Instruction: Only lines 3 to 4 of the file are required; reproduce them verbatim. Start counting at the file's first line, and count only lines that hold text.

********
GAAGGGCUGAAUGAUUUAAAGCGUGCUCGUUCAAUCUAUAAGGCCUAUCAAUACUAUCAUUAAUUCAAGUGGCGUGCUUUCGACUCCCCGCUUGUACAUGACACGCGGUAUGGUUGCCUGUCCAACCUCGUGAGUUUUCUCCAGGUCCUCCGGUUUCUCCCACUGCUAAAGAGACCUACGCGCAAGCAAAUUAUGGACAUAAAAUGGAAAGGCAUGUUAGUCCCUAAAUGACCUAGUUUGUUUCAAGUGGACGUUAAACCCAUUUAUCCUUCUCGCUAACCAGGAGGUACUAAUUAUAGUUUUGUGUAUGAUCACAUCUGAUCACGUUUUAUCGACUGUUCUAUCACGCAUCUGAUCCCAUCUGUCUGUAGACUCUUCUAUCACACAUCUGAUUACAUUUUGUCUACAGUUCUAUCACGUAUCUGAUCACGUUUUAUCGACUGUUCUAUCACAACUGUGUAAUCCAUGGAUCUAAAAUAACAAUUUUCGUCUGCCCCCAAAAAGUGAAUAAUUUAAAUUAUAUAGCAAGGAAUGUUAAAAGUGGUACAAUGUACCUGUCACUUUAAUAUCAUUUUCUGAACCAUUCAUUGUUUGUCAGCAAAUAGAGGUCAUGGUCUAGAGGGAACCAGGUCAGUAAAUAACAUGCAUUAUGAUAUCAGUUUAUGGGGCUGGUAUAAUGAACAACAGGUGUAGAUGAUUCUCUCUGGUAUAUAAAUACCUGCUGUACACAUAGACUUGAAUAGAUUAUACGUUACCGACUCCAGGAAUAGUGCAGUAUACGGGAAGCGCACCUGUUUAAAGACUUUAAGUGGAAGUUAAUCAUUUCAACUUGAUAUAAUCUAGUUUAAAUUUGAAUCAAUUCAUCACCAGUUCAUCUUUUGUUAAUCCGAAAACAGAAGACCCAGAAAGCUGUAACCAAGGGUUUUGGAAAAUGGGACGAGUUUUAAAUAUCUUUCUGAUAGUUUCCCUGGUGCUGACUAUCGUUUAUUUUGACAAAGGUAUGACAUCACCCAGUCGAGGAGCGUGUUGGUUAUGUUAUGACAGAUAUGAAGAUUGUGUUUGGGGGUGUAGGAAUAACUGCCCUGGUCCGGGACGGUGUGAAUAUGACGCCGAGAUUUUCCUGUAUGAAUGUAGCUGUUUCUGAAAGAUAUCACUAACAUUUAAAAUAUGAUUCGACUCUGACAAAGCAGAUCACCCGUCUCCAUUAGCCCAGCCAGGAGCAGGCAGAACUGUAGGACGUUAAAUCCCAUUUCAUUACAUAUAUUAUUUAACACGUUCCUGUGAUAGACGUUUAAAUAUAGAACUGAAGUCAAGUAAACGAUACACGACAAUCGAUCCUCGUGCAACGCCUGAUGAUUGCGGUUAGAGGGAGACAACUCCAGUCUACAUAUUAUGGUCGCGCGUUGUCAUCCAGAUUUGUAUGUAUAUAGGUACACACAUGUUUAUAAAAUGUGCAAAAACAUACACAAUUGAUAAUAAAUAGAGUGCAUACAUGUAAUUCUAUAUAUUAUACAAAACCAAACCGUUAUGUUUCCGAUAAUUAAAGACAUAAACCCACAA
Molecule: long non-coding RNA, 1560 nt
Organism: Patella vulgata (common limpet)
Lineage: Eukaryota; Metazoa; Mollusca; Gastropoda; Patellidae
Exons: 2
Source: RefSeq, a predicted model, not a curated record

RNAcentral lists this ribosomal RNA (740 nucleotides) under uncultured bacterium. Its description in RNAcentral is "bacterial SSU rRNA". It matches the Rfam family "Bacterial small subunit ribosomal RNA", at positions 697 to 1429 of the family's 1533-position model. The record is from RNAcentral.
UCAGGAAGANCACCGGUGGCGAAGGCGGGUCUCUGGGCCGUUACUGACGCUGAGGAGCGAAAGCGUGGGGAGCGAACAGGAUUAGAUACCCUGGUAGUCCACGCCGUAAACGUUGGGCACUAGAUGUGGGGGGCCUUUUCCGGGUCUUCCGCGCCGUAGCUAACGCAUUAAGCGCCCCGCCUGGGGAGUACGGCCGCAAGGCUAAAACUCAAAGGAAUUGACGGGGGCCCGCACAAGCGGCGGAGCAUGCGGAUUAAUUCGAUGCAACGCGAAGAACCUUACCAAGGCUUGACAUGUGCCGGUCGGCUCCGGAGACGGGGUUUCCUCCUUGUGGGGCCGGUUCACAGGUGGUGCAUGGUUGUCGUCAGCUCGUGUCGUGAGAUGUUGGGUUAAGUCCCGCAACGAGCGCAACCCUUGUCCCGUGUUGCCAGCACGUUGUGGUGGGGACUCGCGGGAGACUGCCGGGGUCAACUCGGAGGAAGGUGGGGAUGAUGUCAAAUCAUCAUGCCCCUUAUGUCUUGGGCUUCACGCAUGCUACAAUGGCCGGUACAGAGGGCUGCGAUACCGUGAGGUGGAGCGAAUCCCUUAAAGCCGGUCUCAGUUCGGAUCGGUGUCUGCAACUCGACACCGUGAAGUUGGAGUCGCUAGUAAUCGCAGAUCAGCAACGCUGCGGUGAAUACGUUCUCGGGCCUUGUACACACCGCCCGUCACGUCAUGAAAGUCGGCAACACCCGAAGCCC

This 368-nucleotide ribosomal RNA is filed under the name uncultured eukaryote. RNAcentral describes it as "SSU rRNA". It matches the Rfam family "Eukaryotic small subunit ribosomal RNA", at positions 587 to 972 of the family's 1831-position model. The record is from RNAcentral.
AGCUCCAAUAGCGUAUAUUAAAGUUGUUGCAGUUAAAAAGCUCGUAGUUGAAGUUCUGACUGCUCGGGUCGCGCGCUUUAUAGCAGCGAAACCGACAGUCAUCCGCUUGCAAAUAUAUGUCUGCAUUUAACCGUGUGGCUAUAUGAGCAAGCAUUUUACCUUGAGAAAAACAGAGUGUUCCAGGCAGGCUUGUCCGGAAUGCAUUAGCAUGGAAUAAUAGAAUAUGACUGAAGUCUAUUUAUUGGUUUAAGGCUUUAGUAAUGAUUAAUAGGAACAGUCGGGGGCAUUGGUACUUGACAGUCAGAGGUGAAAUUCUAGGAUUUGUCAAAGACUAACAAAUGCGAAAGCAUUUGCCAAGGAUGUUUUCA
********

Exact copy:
Organism: Patella vulgata (common limpet)
Lineage: Eukaryota; Metazoa; Mollusca; Gastropoda; Patellidae